My husband was diagnosed with Multiple Myeloma July 7, 2017.  Multiple Myeloma is a cancer formed by malignant plasma cells.  This particular type of cancer affects many things, low blood counts, difficulty fighting infections, bone and calcium issues and kidney problems to name a few.  When diagnosed, my husband had a creatinine level of 3.88 mg/dl.  His numbers continued to climb to 4.37 by mid-July.  Normal range is 0.60-1.30 mg/dl.  Creatinine levels are a direct correlation of kidneys function and my husband was considered in kidney failure and dangerously close to having start dialysis.

He started taking Hope Botanicals Softgels 25 Mg. twice daily, mostly to see if it would help with fatigue, mood and sleep.  The surprising thing was that his creatinine levels started going down.  Being an average male, he didn’t like taking so many medications and cut the non-prescribed CBD from his regime after a few weeks.  Once again, his creatinine levels started climbing and he was back to being tired and sluggish.  He resumed taking the capsules and his levels started going down again and are presently 2.1 mg/dl.

His mood is better, he feels better, in fact so much so that he cut 6 cords of wood this past week.

My life with CBD, so far

I have had a 10 year odyssey of feeling like crap.  Hormones and stress were the major culprits, and of course stress can do things to our body that we don’t even know.

I have been seeing a naturopath for 2 years and we seemed to be getting closer to finding out some of my issues, but in the meantime she recommended I take CBD that she sold in her office.  I was wary as I had tried marijuana (legal in my state) and I had no idea that a little THC could make me totally nuts.  I was very skeptical and super nervous but assured me it contained no THC so I tried it and it really helped.  Each pump was only 3 mg (there’s that dosing issue again!  Primates can start with 25 mg) so I was squirting that stuff in my mouth like crazy trying to sleep.  The only problem was that it contained monk fruit and some other stuff.  After 10 squirts two times a day for a few days my stomach was not happy!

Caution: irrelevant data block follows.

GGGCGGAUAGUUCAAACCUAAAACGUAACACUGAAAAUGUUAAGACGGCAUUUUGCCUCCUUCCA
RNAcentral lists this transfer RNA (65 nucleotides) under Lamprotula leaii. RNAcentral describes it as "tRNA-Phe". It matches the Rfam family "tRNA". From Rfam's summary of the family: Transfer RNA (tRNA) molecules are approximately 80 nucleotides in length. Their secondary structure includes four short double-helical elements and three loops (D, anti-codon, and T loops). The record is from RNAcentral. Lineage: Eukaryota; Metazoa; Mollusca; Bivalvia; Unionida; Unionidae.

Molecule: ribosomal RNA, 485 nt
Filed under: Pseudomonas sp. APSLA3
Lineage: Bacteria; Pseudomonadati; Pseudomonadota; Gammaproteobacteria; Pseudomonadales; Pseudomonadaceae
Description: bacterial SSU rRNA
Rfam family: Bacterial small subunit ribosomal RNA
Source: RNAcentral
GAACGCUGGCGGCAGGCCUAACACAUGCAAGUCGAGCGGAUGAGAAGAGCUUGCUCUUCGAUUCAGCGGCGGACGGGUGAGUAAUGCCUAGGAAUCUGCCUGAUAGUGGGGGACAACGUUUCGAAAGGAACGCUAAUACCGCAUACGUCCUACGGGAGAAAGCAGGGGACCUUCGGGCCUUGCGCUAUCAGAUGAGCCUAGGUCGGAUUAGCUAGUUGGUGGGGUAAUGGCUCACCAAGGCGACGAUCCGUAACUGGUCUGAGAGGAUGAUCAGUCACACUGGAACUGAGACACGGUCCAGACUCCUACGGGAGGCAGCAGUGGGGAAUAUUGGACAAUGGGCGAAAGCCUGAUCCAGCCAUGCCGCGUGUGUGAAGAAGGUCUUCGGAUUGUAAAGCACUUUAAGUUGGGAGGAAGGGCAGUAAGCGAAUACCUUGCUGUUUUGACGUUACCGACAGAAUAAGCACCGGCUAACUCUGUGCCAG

I started researching CBD that I could take that didn’t contain anything else like herbs or monk fruit. This was harder than I thought and proved almost impossible to find.   In stores and online want to sell you a bottle with 325mg of CBD, which is 6.5 doses!  We traveled to another state and I ran out.  I am always desperate to sleep so we went in a shop that sold CBD.  I had to pay $100 for 325 mg of CBD in glycerin and some kind of nasty sweetener that wouldn’t even come out of the dropper.    I was getting desperate to find some resource for CBD.

In the meantime, I decided if it was good for me it was good for my horse!  So I found a dog version of CBD, and of course they wouldn’t tell me how much CBD was in the bottle I was buying, only how many drops to give the horse.  Frustrating again!   But it worked on the horse (for stall rest) like nothing else (ace, sedavet, etc) so I started taking the dog CBD!

I read about a vet in Colorado that works with a company that makes CBD for animals and humans. (PS:  It’s all the same thing, just different dosing and dogs can’t have flavoring that’s in the people CBD).   So I called and talked to him and decided to start my own CBD company so that me, my family, friends and horse would have a consistent, pure supply of CBD.

I’ve now been using their product for 8 months on myself and the horse.  The consistency is great.  The horse stays the same on 50 mg per day.  He’s not needing more and more to get the same affect.  This is really encouraging!

Mick the CBD horse!

 

So anyway, that’s most of my CBD story.  I have more incidents to tell about other folks and other horses.  More to come …..